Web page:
Welcome to the home page of H-LAW, a Humanities Social Sciences Online discussion network sponsored by the American Society for Legal History. H-LAW solicits discussion of issues relating to teaching and research in the history of all legal traditions: common-law, civil-law, and all other legal systems.

ASLH publishes Law & History Review through the Cambridge University Press. The journal is available online via the History Cooperative and JSTOR.

Recent Content

Author: 
María del Pilar Martínez López-Cano, Ernest Sánchez Santiró, Matilde Souto Mantecón, eds.
Reviewer: 
Julian Andrei Velasco Pedraza

Velasco Pedraza on del Pilar Martínez López-Cano and Sánchez Santiró and Souto Mantecón, 'La fiscalidad novohispana en el imperio español Conceptualizaciones, proyectos y contradicciones'


María del Pilar Martínez López-Cano, Ernest Sánchez Santiró, Matilde Souto Mantecón, eds. La fiscalidad novohispana en el imperio español Conceptualizaciones, proyectos y contradicciones. Mexico: Instituto de Investigaciones, Universidad Nacional Autónoma de México, 2015. 364 pp. ISBN 978-607027217-2.

Reviewed by Julian Andrei Velasco Pedraza (El Colegio de Michoacán)
Published on H-Law (January, 2017)
Commissioned by Laurent Corbeil

USC Shoah Foundation Center for Advanced Genocide Research - PhD Candidate Fellowships

The USC Shoah Foundation Center for Advanced Genocide Research invites proposals for its three research fellowships for advanced-standing PhD candidates: the 2017-2018 Margee and Douglas Greenberg Research Fellowship; the 2017-2018 Robert J. Katz Research Fellowship in Genocide Studies; and the 2017-2018 Inaugural Breslauer, Rutman, and Anderson Research Fellowship.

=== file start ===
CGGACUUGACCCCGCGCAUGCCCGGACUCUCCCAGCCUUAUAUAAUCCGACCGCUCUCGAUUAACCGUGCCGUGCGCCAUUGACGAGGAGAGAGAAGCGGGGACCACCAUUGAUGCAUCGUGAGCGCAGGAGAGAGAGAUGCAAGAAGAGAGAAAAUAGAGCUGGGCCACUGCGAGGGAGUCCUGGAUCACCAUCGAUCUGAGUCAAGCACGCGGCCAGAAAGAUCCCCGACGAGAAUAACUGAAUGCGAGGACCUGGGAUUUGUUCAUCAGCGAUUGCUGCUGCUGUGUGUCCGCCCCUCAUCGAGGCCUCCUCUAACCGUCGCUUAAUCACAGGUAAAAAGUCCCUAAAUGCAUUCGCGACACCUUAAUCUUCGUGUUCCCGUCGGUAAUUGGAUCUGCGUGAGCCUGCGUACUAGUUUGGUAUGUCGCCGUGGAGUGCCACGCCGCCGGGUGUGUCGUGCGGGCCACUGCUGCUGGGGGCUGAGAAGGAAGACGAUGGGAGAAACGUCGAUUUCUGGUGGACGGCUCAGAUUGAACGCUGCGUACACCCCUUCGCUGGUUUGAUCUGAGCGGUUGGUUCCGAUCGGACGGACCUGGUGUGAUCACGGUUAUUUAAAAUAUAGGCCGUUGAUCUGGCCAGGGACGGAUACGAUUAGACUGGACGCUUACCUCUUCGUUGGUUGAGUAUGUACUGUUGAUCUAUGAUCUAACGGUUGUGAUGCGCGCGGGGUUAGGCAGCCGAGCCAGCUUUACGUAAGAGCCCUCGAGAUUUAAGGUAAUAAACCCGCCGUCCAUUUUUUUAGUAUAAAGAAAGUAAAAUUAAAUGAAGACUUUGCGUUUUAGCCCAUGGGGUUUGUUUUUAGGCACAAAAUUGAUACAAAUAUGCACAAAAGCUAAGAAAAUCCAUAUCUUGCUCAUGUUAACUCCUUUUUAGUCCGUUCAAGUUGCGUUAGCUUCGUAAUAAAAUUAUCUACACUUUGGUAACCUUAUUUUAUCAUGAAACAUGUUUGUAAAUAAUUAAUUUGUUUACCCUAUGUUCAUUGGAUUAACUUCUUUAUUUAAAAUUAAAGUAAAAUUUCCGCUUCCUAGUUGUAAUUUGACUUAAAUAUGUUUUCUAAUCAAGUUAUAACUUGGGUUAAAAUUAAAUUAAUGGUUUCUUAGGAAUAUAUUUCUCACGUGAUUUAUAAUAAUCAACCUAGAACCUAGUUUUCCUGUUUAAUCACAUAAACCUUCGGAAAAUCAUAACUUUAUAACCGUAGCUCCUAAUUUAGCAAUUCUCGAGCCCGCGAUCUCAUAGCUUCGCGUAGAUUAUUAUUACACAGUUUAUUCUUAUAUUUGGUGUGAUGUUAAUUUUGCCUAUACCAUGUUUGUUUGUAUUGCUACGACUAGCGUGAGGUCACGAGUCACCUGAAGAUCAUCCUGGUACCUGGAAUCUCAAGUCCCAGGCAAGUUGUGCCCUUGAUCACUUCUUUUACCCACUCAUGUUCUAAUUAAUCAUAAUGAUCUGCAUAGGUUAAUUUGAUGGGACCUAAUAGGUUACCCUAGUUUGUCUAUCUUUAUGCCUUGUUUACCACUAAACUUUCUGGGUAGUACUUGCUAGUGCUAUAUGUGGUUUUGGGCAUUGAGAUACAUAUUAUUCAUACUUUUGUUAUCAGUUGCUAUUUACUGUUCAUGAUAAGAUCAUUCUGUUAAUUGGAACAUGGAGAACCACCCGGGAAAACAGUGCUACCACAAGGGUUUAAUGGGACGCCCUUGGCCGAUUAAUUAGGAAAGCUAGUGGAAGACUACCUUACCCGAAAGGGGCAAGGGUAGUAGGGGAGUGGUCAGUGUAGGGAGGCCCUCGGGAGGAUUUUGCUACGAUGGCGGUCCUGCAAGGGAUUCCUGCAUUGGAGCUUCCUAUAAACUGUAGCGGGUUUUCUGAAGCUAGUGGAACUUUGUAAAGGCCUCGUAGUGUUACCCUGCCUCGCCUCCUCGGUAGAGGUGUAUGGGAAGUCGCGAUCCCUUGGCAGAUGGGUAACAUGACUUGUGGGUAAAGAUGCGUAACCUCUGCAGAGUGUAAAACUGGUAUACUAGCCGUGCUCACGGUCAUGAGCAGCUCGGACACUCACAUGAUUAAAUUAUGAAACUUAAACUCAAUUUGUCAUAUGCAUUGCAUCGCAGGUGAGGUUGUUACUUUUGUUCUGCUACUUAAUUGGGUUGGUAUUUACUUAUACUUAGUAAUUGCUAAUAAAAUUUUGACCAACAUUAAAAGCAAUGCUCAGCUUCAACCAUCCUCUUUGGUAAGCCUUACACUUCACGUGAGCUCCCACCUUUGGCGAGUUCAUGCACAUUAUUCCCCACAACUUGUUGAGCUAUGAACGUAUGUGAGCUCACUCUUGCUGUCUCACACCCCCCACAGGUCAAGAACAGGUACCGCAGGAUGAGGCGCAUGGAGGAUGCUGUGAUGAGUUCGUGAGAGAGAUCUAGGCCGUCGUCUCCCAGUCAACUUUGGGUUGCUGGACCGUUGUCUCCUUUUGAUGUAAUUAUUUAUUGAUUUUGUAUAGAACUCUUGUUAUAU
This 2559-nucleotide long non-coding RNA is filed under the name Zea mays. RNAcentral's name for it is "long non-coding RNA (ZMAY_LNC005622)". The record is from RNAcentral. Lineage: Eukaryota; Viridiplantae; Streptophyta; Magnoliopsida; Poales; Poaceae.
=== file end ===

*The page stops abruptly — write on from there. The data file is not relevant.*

CFP: Stanford Program in Law & Society Fourth Conference for Junior Researchers "on Law, Innovation and Disruption"

The call for papers for the Stanford Program in Law & Society 4th conference for junior researchers "on Law, Innovation and Disruption," May 12-13, 2017, is now out!

For info about the previous conferences and our program see our web page: https://law.stanford.edu/stanford-program-in-law-and-society/

Re: Jett on Latzer, 'The Rise and Fall of Violent Crime in America'

I find both this review and the book problematic at best. The idea that crime is a result of culture lends itself quite easily to racism. The statistics that the analysis is supposedly based on admits of more than Jett's two schools of thought as well. For example, criminologists also posit that demography has as much influence on crime as economic conditions. There is also the very disturbing fact ignored by both the reviewer and the author that the crime statistics themselves are constructed - a result of their social, cultural, political, and historical contexts.

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